The life of the River
The ten-year old little boy cradled the fishing pole over his shoulder, as would a soldier marching off to war. His Levis jeans were a size too large and were rolled up at the bottoms as they hung over his tired tennis shoes. He was able to play hooky and stay on his grandparent’s farm today because his mother had to go to work. In his other hand, he carried the can of worms that he had collected from the garden. His fingers were caked with the sweet smelling brown red clay and dirt mixture. He adjusted the bill of the worn out ball cap that sat at an angle over his blond curls that fell around his eyes.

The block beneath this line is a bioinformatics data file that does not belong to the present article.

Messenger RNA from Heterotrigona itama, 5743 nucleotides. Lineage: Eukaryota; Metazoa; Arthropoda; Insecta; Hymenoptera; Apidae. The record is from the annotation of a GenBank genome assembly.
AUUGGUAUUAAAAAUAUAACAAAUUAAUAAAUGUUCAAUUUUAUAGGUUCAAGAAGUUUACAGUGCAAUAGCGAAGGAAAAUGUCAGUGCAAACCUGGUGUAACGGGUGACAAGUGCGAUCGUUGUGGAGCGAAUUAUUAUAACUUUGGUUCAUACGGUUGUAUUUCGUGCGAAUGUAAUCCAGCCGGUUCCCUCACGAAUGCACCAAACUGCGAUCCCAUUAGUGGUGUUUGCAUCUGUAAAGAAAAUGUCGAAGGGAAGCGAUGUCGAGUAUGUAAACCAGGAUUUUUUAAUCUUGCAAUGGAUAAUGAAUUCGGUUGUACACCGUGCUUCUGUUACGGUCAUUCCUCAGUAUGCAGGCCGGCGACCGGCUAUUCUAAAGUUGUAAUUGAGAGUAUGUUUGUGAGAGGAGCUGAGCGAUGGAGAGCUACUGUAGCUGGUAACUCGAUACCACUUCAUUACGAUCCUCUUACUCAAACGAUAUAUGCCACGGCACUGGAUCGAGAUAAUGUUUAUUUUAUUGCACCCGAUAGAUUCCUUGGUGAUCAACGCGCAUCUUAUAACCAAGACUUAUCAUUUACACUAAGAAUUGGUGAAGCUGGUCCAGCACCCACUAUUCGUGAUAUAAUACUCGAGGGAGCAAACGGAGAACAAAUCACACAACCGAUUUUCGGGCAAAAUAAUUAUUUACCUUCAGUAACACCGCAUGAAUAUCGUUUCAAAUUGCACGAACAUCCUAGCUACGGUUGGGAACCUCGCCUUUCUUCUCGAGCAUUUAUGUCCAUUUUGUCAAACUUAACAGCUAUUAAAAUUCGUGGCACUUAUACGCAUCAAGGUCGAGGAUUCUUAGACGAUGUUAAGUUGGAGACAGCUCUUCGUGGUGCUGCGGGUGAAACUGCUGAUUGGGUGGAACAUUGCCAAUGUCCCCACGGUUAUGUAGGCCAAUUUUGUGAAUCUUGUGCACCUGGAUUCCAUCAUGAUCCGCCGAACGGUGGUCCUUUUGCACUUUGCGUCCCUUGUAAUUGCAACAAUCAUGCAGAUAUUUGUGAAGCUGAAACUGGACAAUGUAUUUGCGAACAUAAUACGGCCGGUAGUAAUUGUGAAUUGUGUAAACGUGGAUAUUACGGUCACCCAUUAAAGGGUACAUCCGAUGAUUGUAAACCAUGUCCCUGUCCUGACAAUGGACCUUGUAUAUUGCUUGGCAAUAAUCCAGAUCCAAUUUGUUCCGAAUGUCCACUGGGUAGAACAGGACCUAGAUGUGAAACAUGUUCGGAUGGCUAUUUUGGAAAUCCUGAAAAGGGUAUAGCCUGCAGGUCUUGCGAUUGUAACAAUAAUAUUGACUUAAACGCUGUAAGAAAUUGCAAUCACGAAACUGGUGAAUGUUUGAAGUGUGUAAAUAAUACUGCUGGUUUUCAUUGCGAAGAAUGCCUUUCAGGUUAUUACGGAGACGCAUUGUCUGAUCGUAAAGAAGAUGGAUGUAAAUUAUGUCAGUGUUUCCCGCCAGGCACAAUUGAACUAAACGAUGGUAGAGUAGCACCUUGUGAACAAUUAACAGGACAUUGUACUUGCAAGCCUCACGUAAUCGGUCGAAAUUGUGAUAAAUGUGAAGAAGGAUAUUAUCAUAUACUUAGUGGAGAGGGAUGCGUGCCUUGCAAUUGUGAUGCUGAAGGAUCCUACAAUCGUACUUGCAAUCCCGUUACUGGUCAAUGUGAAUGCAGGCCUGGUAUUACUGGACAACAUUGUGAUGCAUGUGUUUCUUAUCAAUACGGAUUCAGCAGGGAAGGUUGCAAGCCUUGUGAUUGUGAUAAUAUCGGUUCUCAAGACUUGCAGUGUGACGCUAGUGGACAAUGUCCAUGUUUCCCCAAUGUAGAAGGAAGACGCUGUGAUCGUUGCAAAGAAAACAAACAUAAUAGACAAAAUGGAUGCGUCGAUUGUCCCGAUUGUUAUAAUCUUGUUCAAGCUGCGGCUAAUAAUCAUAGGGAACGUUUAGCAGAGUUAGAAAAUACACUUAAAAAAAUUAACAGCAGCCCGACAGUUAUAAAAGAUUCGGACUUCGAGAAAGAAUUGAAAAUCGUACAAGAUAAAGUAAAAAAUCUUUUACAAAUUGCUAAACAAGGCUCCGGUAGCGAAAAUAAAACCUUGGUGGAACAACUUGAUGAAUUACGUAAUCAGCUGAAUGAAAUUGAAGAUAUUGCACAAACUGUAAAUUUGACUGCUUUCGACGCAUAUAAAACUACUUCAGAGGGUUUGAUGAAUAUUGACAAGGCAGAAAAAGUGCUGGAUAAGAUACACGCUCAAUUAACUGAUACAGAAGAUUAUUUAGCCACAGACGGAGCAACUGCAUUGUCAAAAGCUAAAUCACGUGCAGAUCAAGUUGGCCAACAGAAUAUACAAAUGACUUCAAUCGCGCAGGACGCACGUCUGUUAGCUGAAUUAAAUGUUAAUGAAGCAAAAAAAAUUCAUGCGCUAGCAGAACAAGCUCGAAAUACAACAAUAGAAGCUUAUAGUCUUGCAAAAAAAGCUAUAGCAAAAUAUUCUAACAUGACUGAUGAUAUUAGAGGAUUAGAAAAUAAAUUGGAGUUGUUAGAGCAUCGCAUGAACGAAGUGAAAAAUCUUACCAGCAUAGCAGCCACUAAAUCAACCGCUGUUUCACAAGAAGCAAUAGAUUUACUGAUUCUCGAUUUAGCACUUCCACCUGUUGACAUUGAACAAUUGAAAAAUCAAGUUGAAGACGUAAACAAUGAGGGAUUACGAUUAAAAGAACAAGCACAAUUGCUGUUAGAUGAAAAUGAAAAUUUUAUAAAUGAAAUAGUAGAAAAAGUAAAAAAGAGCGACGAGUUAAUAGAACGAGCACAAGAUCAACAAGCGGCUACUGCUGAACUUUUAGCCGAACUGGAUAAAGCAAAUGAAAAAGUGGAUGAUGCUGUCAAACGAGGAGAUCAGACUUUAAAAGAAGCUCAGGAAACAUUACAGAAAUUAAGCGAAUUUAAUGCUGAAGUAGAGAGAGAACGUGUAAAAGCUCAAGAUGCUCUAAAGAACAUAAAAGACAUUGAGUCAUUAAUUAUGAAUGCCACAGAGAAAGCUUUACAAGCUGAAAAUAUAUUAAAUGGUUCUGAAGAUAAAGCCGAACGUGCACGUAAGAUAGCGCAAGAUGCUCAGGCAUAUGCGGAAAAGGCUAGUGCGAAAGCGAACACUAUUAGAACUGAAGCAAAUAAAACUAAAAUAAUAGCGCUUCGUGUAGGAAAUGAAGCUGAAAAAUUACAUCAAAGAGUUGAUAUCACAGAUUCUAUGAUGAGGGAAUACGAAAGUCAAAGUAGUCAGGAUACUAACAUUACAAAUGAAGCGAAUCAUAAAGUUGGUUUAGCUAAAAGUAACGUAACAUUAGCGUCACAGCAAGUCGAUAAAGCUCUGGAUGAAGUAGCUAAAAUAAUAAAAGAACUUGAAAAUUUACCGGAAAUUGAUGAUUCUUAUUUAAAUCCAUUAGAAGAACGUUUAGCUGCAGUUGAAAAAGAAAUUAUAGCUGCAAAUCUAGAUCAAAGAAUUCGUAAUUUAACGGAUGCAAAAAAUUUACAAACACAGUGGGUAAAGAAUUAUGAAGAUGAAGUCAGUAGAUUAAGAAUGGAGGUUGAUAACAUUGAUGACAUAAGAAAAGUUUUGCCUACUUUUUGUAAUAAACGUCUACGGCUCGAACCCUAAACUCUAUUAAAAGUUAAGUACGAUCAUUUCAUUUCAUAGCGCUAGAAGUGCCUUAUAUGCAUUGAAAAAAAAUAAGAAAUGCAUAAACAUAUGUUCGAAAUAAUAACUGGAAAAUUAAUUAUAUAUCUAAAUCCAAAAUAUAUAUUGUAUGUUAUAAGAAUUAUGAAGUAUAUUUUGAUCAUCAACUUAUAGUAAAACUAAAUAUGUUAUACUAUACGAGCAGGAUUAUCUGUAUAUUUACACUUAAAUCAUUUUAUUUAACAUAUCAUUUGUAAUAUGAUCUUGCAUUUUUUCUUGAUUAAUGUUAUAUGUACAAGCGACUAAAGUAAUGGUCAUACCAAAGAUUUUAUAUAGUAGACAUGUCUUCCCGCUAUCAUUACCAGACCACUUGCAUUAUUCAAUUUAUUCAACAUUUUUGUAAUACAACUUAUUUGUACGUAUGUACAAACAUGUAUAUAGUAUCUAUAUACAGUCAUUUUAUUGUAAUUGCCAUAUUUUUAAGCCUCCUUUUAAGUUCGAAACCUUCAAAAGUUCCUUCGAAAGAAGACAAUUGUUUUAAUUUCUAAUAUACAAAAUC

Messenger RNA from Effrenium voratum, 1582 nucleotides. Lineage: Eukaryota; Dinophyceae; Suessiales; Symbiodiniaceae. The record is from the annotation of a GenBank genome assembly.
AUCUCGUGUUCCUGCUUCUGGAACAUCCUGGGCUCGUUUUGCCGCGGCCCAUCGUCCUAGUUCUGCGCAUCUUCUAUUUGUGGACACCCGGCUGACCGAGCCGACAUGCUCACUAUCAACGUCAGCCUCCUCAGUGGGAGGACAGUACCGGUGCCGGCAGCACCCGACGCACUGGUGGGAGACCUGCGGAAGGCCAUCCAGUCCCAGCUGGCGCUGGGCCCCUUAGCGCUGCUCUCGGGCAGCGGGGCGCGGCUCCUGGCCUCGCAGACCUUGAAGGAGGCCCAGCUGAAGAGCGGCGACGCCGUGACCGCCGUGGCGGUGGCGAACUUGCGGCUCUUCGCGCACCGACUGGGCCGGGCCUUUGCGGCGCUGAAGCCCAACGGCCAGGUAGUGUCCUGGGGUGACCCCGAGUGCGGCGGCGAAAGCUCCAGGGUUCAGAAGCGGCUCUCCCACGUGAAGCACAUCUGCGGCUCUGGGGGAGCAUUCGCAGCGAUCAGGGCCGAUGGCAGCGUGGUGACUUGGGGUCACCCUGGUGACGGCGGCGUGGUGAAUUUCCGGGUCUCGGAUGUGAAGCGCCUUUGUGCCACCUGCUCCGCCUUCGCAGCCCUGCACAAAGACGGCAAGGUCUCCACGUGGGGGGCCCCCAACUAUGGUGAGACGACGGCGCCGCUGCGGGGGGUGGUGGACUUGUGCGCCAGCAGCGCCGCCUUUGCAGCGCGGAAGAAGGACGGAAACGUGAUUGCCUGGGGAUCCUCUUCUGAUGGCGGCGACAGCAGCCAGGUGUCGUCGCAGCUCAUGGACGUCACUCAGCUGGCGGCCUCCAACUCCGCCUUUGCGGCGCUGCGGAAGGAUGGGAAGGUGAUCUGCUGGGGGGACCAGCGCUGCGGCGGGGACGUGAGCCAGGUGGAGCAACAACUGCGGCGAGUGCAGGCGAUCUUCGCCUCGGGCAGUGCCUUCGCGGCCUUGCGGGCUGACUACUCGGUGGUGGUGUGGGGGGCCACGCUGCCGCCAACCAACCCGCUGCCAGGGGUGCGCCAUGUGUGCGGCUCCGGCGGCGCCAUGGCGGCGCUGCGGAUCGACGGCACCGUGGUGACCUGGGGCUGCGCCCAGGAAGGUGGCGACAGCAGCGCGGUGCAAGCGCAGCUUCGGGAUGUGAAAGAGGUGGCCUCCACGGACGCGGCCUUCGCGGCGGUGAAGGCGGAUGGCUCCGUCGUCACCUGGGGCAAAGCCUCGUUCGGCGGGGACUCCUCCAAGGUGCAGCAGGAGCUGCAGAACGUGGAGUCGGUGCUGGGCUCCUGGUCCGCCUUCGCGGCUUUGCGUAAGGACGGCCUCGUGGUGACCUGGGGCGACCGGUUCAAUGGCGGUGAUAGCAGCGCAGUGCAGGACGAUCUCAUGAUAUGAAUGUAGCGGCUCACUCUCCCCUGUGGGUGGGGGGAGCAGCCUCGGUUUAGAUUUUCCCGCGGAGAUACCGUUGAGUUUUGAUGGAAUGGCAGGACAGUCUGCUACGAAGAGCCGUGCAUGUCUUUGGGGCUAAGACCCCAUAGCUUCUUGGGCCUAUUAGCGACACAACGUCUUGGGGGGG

He stepped over the branches and the wooden fence post that had been knocked down from neglect. The worn path was laid out in…
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